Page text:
Published: November 2008
Ready, Set, Ski
North American resorts are gearing up for another all-star season—and we’ve got the beta. From British Columbia to Maine, here’s the best of what’s new for winter ’09.
Text by Pieter van Noordennen

Last year, nearly every snowy region in the country got hit. Hard. The glut of powder stood in stark contrast to the bare slopes of years past and served as a welcome reminder: There’s plenty of first-class skiing close to home. While we can’t guarantee the same snow-cast for the coming season—though with Colorado’s August dusting, it’s shaping up to be a good one—we’re happy to report that ski resorts across the continent are holding up their end of the bargain, with more terrain, accommodations, events, and, of course, après energy.

1. Whistler, BC
The Road to 2010

Before the International Olympic Committee crowned Whistler Blackcomb host of the 2010 Winter Games, it was already the greatest ski hill on the continent. The twin-mountain resort has the most inbounds terrain of any North American destination (8,171 acres) and a coastal snowpack that’s more predictable than a Jeff Foxworthy sitcom—not to mention 90-plus restaurants, including the award-winning Sushi Village and Bearfoot Bistro. Question is, can Whistler Blackcomb get any better?

Actually, yes. And it will, in December, when the resort unveils the Peak 2 Peak gondola. A marvel of modern engineering, the $52 million ride will connect the summits of Whistler and Blackcomb, crossing 2.73 miles and a 1,430-foot-deep chasm in 11 minutes. Translation: Getting from one mountain to the other will no longer require trekking through Whistler Village with your skis grinding into your shoulder. Visitors this winter can also expect an open invitation to the resort’s one-year countdown party, which kicks off in February with a week of live music and Olympic venue tours. Do yourself a favor and take it all in now, before the 2010 hordes descend—this is as good as Whistler will get (whistlerblackcomb.com).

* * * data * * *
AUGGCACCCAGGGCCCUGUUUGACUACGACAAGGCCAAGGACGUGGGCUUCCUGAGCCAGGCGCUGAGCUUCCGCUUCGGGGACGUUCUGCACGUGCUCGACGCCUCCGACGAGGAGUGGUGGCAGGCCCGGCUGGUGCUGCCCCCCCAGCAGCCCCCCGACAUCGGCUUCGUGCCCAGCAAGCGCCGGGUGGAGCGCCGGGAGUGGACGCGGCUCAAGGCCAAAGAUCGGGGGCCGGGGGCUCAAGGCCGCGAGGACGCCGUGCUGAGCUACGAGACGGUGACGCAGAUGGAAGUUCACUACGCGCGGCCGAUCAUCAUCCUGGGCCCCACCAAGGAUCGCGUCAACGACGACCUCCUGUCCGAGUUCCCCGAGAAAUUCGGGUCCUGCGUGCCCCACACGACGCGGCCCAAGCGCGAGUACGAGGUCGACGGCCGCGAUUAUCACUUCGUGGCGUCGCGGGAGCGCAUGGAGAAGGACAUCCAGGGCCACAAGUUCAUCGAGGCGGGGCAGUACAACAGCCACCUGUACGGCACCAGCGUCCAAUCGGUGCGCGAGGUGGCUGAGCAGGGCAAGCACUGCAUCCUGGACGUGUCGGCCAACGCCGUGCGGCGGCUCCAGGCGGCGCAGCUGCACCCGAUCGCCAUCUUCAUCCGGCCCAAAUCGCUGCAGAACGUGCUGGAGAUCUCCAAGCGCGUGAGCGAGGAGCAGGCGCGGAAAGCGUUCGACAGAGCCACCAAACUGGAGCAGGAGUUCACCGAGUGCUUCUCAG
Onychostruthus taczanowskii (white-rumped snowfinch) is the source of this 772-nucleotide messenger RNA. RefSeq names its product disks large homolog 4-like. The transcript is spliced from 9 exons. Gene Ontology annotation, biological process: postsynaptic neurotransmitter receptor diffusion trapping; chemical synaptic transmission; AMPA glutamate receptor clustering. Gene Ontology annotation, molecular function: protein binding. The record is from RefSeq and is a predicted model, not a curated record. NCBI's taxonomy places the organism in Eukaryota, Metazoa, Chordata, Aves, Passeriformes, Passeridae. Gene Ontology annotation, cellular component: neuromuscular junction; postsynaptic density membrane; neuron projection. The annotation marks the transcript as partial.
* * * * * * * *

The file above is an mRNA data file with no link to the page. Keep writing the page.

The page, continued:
Stay: Nita Lake Lodge opens this year with floor-to-ceiling fireplaces and a 24-hour concierge (doubles from $149; nitalakelodge.com).

Outdoor Ed> Forget any traumatic ski school memories you may have—Alpine Meadows’ new steep camps in North Lake Tahoe will actually push your skills to the next level. Geared toward intermediate and advanced skiers, the weekend sessions cover everything from steep chutes to peak-to-base speed runs to the art of schussing on crud (three days, $658; skialpine.com).

All-Access> It used to be that in order to reach California’s Mammoth Mountain—and its stash of 150 powder-packed runs—you had to drive (A) six hours north from SoCal or (B) three hours south from Reno-Tahoe International Airport. Starting in December, Horizon Air will offer option C: daily one-hour flights from L.A. to Mammoth Lakes, a little-used airport 13 miles from the resort ($208 round-trip; alaskaair.com).

Flying High> The Alta of British Columbia, Revelstoke gets 40 to 60 feet of snow per season, and skiers can access it however they like—via lift, cat, or chopper. Since opening last year, Eagle Pass Heliskiing has used maybe 10 percent of its permit area, leaving a small country’s worth of steeps and lodgepole forests up for discovery. Thrill seekers can sign up for an exploratory ski week this spring to help guides scout new lines while catching deep, untracked powder (March through April; seven days, $8,714; eaglepassheliskiing.com).

2. Telluride, CO
Colorado Opens Up

Ask any ski bum: Bear Creek—a swath of bowls, gullies, and chalk-covered shoulders just outside Telluride—is some of the best backcountry in Colorado. It’s one of the reasons hard-core skiers still live in this mountain town, despite its influx of Oprahs and TomKats. And why they’ve been willing to hike 45 minutes for a single run, again and again. Imagine, then, how jaws dropped when Telluride Mountain Resort announced its plans to build a lift almost directly to Bear Creek’s front door.

Starting this winter, the Revelation Lift will drop skiers within a short walk of the Bear Creek gate. This is experts-only territory—take an avalanche awareness clinic with San Juan Outdoor School ($95; tellurideadventures.com) and never head out-of-bounds without a partner, gear, and training. For the rest of us mortals, the lift will also lead to Telluride’s new Revelation Bowl, which delivers an inbounds experience so close to backcountry skiing, you’ll wonder if you should have brought a beacon. Though the area is small (50 acres), its northeast-facing slopes are sure to capture plenty of blown-in powder from southwesterly winds. Runs range from blue to black, meaning low-angle hero turns when the fluff starts to fall (tellurideskiresort.com).